The formation of Crosspaths
The report from the Northern Ireland group
Members of the Northern Ireland group told something of the story of the formation of Crosspaths, the group which makes up the participants from Northern Ireland, over the past decade. The story is an important one as it shares something of the journey made by participants in the SICRIE project across a historic and often dangerous interface.
Following the ceasefires of 1994 and the political negotiations of 1998 - leading to the signing of the Belfast Agreement and subsequent endorsement of the agreement by referendum – members of both communities had engaged with one another and become acquainted through their community and political activism. Up until 2002 the area of Belfast known as inner East Belfast was relatively peaceful. For various reasons violence erupted in 2002 and there was ongoing trouble between Short Strand (a mainly Nationalist and Catholic community) and lower Castlereagh, Woodstock and Ravenhill Road (mainly Protestant and Unionist). The sight of this renewed conflict and the engagement of many young people in the violence prompted some of the community leaders to work to alleviate community tension and bring the violence to an end. As they reflected on this experience and discussed their common desire to ensure that another generation did not grow up in the context of violence they committed themselves to meeting regularly and modelling a different way of relating across the interface.
The group decided to explore some element of shared history and settled on the idea of engaging with the Messines Project which sought to revisit the common sacrifice of Protestant and Catholic, Irish and Unionist soldiers in the First World War. The International School for Peace Studies website explains the concept:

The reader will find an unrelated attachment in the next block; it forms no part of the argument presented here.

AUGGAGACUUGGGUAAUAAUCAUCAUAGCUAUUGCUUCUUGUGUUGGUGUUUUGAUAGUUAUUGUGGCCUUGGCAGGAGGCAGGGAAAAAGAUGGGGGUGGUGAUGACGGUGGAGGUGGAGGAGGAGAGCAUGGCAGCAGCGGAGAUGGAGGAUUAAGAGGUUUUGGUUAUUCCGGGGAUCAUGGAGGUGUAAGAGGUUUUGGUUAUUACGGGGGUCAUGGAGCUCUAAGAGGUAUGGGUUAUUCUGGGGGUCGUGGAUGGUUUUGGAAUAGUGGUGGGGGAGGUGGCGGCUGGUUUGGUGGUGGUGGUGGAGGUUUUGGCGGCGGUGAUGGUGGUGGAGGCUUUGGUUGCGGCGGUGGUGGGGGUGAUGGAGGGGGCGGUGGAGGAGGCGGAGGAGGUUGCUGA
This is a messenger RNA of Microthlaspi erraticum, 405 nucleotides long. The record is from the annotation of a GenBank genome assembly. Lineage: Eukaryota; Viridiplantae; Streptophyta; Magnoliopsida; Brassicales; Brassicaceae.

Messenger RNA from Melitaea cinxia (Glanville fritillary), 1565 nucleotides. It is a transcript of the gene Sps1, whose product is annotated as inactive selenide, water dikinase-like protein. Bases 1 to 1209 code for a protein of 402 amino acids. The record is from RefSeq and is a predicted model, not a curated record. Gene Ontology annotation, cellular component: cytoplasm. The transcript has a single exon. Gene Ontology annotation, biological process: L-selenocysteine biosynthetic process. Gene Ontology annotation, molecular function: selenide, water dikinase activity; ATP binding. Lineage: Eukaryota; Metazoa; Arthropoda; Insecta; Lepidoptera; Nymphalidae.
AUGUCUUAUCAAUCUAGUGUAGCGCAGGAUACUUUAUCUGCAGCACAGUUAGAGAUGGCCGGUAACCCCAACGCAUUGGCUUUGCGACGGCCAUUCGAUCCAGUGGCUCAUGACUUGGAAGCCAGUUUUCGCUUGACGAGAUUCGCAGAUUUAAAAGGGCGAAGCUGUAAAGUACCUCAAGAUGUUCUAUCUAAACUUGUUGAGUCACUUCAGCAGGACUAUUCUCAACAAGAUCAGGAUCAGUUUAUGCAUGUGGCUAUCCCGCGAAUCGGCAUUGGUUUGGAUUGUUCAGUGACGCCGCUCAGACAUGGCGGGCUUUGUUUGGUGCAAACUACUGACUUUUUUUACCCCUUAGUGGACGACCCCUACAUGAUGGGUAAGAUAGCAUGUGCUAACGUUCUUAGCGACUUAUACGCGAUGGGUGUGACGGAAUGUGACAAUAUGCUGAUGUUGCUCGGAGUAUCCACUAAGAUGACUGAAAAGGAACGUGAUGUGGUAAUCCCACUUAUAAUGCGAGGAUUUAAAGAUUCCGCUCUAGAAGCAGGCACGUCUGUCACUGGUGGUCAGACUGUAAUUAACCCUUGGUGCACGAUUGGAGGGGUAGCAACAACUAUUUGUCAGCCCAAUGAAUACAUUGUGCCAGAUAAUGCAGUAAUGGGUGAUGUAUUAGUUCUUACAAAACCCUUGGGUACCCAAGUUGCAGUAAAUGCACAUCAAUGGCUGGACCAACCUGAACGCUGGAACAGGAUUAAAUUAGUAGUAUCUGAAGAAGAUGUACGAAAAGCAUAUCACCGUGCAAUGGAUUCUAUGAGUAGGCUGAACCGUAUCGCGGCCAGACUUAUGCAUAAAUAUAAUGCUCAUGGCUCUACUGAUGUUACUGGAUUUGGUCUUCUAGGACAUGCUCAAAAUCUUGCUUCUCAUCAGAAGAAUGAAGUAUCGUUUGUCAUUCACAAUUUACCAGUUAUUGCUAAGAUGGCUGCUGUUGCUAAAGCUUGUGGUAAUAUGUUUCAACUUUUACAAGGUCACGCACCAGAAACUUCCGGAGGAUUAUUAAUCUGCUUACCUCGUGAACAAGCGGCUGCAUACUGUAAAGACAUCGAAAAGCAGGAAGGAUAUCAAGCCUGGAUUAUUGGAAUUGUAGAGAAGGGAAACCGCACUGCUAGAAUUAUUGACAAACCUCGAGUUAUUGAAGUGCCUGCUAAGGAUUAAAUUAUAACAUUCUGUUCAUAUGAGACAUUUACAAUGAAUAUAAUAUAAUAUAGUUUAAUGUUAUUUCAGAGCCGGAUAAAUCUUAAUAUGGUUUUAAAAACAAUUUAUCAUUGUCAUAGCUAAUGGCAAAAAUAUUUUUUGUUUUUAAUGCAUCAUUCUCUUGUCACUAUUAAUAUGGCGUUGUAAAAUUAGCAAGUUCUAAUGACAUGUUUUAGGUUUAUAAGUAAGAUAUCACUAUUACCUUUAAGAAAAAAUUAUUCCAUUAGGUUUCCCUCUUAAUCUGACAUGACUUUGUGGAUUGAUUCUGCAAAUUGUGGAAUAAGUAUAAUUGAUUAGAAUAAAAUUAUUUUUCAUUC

In 2005 the group from Belfast made a visit to Messines and reflected on this common heritage and sacrifice – a historical event and reality long forgotten over the years of sectarian division and conflict in Northern Ireland. It was making this trip together that transformed the group from being community leaders with a common concern to people who had become friends. The growing friendships allowed for further reflection on their experience during the years of violence since 1969 in Northern Ireland. Memories of friendships that existed before the onset of the conflict further served to create space to revisit the present. As one member of the group explained ‘history brought conflict into our lives, we didn’t ask for it.’
For many of those involved the trip to Messines was an enormous step. It created the risk that willingness to engage with those from the other side of the interface could meet with disapproval within their own communities. For some the decision to go meant having to deal with their painful experiences of past violence, for some it meant dealing with their fear – ‘knowing that it was the right thing to do didn’t make it an easy thing to do’. However, following the success of the Messines trip they formalised the existence of the group calling it Crosspaths engaging in many other visits during the next few years and most recently in the SICRIE Project.
As part of the SICRIE Project the group took time to reflect, not only on their history but also on the lessons learned. Here are some of the comments from members of Crosspaths reflecting on their journey:
Crosspaths has made a significant contribution to the SICRIE Project. Understanding their story and gaining some insight to the risk taking that went on to create this fellowship of friends has been a great inspiration. Walking the streets of Short Strand and East Belfast with them and hearing them recount the memories of both violence and reconciliation has allowed insight to a model for dealing with difficult interfaces in other contexts.
Some of the lessons that can be carried into other difficult interface situations are:
If you visit the PowerPoint or PDF presentation from the Belfast project at the Toolkit Map you will find images from East Belfast and Messines.
You can read more about Messines projects and other community peace building projects in Northern Ireland at these websites and other links within these sites: